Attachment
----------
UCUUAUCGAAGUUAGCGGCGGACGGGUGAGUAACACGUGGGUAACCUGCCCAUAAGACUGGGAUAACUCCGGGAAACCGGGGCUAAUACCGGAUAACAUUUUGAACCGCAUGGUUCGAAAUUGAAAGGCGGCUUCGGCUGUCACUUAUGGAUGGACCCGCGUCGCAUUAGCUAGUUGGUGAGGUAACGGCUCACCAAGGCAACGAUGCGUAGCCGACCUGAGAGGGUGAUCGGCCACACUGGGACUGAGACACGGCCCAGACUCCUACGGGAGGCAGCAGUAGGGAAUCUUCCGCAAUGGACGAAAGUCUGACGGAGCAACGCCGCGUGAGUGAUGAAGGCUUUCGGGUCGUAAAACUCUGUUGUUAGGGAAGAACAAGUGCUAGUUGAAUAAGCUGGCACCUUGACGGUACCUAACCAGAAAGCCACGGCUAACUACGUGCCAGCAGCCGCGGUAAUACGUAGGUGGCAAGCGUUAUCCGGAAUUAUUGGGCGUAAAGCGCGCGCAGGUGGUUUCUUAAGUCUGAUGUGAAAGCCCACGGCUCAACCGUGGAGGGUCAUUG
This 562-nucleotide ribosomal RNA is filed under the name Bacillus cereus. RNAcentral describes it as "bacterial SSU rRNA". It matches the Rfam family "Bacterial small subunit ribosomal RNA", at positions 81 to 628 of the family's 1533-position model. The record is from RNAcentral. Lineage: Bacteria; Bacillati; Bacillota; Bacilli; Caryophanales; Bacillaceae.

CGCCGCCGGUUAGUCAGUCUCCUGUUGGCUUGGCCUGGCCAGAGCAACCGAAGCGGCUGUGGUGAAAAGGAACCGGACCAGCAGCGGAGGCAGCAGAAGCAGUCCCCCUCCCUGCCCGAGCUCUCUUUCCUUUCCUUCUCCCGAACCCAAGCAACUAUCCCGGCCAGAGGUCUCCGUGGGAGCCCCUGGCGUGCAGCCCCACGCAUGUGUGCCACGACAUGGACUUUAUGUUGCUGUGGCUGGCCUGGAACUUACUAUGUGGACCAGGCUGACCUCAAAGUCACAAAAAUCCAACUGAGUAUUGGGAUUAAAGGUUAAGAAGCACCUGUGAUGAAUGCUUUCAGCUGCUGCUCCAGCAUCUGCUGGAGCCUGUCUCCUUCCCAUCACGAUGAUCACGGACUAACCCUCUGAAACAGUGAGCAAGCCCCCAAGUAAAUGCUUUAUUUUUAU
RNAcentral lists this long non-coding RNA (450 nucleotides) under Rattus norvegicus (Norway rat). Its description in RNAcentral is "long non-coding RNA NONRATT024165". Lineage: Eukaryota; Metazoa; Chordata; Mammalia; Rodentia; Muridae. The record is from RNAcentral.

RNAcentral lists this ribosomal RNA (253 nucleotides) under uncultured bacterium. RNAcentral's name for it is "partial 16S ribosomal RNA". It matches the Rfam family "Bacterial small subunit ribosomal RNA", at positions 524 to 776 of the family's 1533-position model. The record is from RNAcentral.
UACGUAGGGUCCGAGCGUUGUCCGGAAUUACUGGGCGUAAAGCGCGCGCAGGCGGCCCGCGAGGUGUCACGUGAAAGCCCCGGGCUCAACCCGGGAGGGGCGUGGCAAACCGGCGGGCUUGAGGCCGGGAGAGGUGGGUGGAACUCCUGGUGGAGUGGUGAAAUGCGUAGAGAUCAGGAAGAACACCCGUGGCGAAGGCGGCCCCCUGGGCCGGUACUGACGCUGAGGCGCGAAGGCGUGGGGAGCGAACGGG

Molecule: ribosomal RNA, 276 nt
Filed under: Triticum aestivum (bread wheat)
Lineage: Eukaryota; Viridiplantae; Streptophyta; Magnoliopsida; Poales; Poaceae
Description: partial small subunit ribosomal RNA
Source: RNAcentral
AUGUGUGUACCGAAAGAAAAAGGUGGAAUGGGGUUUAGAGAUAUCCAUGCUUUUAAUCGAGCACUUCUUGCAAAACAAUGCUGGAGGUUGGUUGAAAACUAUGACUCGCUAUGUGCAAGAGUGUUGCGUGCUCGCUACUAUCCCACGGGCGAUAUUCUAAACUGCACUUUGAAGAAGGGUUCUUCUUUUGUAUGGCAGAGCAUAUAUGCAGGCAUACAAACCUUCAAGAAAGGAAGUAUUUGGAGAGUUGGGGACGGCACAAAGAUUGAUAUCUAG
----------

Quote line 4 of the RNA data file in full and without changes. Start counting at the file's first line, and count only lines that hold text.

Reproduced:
RNAcentral lists this long non-coding RNA (450 nucleotides) under Rattus norvegicus (Norway rat). Its description in RNAcentral is "long non-coding RNA NONRATT024165". Lineage: Eukaryota; Metazoa; Chordata; Mammalia; Rodentia; Muridae. The record is from RNAcentral.